B.C.'s privacy watchdog has ruled the provincial NDP broke the law among its own candidates — and others — during its last leadership race.

Before last April's vote for a new leader, the NDP asked potential candidates to hand over their social media passwords as part of the vetting process.

Most of those in the running for the party’s top job agreed to having their Facebook accounts searched. But one candidate — MLA Nicholas Simons — refused.  

He later agreed to hand over personal information without divulging his passwords.

Privacy commissioner Elizabeth Denham ruled Wednesday that the B.C. New Democrats violated the Privacy Act by collecting too much personal information.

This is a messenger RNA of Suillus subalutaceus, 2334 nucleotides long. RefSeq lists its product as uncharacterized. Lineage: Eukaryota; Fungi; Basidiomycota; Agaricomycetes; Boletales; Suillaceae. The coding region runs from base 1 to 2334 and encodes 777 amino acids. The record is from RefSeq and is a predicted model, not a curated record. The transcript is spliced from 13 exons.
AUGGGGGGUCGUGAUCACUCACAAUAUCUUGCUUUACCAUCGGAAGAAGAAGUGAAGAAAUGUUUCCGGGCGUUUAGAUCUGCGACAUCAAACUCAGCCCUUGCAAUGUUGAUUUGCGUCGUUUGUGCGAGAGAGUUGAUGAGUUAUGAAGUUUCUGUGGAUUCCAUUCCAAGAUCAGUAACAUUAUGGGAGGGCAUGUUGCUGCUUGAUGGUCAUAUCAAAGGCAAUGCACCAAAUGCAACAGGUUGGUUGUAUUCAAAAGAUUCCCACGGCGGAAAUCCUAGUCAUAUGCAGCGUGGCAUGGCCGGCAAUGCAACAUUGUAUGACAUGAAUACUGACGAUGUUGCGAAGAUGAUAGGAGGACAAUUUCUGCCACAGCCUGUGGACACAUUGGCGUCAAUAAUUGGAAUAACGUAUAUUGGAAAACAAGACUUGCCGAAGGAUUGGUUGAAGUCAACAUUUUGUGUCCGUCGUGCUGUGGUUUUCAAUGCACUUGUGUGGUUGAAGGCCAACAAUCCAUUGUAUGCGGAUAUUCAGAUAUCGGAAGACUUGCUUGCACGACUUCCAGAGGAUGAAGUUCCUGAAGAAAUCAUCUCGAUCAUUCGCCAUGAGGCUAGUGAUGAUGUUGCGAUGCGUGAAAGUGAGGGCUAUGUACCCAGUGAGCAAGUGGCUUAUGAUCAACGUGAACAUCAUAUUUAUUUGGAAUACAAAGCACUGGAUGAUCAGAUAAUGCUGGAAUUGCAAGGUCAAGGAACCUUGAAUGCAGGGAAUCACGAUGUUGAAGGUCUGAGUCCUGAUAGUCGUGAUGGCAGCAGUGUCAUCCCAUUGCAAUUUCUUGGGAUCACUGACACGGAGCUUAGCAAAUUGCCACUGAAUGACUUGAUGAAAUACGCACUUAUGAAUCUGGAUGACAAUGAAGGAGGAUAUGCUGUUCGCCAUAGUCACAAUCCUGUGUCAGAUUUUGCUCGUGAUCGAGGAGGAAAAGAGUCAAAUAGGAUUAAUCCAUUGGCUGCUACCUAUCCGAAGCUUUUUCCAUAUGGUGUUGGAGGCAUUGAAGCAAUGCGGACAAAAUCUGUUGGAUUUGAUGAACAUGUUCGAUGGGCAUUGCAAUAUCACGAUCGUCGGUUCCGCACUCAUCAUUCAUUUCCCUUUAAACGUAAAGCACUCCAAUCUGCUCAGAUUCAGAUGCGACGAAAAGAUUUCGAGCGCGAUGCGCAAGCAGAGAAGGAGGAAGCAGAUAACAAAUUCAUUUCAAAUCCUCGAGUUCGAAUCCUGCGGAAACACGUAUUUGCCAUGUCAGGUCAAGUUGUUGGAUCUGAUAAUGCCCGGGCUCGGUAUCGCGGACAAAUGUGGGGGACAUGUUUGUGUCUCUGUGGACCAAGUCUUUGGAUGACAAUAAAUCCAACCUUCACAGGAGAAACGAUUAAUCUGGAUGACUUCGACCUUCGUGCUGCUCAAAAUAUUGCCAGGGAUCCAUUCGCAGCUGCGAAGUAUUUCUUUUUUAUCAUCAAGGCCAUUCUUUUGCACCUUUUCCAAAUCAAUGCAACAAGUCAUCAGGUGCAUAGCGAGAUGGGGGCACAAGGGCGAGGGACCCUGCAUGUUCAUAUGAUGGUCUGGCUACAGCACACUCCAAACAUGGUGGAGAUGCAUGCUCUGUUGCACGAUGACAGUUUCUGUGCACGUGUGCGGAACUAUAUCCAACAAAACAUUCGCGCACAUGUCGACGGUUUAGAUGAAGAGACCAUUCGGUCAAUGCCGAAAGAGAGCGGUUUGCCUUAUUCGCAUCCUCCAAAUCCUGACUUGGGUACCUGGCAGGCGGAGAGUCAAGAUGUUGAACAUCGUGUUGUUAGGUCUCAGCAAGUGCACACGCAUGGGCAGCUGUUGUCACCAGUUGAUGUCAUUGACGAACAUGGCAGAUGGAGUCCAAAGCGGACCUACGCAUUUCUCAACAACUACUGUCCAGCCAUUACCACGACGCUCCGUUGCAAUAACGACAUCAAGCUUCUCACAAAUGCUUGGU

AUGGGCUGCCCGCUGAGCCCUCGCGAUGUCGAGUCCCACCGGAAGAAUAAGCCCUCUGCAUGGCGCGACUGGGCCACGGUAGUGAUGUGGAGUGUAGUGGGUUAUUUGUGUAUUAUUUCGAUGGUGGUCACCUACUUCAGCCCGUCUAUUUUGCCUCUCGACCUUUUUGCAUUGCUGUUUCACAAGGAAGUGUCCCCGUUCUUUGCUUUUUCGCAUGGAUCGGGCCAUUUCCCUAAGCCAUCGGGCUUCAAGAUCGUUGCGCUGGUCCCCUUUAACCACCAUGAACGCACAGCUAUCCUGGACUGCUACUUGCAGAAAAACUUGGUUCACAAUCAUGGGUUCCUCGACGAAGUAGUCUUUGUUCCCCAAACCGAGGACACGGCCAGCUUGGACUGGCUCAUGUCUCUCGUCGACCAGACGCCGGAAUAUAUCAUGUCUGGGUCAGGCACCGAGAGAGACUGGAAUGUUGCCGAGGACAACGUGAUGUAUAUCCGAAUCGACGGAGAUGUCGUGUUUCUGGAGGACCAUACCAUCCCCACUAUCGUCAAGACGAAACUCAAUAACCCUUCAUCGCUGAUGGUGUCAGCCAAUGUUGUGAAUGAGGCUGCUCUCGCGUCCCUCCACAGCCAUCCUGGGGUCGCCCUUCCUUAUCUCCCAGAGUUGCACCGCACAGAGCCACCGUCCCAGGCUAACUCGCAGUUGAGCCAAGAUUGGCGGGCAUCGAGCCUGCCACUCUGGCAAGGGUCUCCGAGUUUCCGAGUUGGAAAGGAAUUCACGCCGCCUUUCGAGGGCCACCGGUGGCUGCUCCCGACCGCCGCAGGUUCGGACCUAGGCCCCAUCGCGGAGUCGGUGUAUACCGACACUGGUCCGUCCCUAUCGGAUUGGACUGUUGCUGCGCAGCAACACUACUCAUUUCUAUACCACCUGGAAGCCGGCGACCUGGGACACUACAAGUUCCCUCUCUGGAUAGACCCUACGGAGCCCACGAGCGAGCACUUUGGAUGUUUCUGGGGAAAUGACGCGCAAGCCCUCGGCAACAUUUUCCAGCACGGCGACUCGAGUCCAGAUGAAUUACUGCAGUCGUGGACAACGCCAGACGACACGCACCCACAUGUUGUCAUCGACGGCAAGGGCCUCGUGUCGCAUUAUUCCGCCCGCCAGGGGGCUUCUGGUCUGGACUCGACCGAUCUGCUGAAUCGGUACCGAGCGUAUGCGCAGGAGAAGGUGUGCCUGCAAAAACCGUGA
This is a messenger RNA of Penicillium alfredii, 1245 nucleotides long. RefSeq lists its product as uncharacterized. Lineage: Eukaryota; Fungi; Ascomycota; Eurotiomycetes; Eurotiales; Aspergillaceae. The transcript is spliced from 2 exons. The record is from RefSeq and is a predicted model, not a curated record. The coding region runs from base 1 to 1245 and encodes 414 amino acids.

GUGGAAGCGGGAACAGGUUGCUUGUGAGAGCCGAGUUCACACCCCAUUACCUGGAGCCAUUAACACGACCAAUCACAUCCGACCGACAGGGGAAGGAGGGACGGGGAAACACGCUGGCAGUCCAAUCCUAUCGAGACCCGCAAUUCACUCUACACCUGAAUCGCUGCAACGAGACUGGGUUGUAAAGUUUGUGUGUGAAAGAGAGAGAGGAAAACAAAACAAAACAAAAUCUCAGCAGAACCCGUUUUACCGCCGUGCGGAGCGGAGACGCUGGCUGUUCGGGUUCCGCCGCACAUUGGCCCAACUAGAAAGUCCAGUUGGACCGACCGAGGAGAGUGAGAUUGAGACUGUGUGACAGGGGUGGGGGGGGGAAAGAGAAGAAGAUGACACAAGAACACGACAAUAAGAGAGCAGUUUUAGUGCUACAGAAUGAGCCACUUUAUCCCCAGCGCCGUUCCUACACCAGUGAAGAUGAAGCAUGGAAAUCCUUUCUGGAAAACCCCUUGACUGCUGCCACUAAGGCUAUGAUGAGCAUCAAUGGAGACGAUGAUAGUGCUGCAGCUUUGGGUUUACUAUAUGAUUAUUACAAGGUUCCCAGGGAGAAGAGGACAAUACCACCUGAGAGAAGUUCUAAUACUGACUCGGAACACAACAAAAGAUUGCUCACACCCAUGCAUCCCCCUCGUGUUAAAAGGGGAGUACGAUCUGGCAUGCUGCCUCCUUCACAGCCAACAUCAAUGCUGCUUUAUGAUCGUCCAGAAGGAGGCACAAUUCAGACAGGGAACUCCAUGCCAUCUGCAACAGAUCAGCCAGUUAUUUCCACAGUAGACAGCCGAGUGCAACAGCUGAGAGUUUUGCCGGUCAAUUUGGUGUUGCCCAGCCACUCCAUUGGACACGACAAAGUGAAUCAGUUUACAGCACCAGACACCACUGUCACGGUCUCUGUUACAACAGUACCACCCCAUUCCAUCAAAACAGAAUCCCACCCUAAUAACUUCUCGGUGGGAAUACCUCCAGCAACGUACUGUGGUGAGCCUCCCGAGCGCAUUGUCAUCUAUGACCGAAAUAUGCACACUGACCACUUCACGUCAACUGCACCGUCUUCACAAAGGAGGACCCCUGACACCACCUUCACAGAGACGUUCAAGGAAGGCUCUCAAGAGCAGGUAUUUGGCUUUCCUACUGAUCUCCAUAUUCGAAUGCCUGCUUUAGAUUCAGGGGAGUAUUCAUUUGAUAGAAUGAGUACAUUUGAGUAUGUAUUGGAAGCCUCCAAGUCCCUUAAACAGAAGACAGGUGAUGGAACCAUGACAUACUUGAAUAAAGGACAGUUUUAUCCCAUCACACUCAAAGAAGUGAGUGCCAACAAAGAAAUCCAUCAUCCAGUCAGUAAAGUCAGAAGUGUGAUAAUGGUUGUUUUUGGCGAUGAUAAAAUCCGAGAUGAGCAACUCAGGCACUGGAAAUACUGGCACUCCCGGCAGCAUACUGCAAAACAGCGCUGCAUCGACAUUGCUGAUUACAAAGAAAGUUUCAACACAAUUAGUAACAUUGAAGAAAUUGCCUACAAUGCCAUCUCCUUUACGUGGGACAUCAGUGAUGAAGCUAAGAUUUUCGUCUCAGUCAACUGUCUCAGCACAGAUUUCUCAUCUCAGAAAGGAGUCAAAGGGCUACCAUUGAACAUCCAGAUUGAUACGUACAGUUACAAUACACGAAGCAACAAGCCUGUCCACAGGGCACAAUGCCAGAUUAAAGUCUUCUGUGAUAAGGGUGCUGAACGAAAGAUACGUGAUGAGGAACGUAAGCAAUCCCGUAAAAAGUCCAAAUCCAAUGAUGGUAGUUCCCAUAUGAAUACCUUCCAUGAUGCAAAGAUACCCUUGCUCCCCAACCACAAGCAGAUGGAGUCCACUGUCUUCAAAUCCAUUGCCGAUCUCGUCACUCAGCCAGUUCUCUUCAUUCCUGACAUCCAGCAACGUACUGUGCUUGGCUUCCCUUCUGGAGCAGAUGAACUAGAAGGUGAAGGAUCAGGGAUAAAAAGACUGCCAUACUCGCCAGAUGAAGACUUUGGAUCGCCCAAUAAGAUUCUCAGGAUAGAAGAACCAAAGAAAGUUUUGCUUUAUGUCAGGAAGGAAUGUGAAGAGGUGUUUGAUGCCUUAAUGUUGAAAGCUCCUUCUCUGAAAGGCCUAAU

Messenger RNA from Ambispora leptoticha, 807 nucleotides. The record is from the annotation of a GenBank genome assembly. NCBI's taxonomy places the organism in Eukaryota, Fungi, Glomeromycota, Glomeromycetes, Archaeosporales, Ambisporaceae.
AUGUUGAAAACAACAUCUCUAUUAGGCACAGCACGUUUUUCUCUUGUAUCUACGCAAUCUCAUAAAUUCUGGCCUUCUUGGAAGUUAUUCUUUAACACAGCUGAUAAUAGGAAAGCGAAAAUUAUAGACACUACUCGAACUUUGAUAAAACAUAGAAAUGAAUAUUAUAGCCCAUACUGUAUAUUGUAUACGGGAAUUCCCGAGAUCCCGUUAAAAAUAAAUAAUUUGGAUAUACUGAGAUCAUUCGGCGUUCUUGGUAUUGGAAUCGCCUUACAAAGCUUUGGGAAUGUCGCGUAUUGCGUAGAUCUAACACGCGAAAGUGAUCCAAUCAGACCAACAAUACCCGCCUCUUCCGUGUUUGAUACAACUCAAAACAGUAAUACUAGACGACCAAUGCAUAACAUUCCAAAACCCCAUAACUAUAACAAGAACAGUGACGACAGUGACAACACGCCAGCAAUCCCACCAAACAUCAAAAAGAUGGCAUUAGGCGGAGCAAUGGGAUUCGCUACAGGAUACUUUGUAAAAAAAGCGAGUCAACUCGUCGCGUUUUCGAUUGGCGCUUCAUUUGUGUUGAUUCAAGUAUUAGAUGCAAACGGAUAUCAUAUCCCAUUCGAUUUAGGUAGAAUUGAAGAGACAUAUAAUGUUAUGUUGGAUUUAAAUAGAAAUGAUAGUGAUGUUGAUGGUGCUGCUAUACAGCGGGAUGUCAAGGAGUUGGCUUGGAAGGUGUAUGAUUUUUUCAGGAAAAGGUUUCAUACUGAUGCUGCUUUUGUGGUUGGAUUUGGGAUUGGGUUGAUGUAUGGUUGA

Denham said that not only did the party amass details about the candidates, it collected information about other people without their consent.

The privacy commissioner has now issued new guidelines around social media background checks and the NDP says it will have no problem abiding by them.

"As you know we reviewed but we didn't retain any information from candidates’ social media accounts," said the party’s NDP provincial secretary, Jan O'Brien. "And once the privacy  commissioner brought her concerns to us, we stopped collecting social media passwords from candidates."

O'Brien said the NDP will continue working candidates to ensure they're held to a high standard.

With files from the CBC's Jeff Davies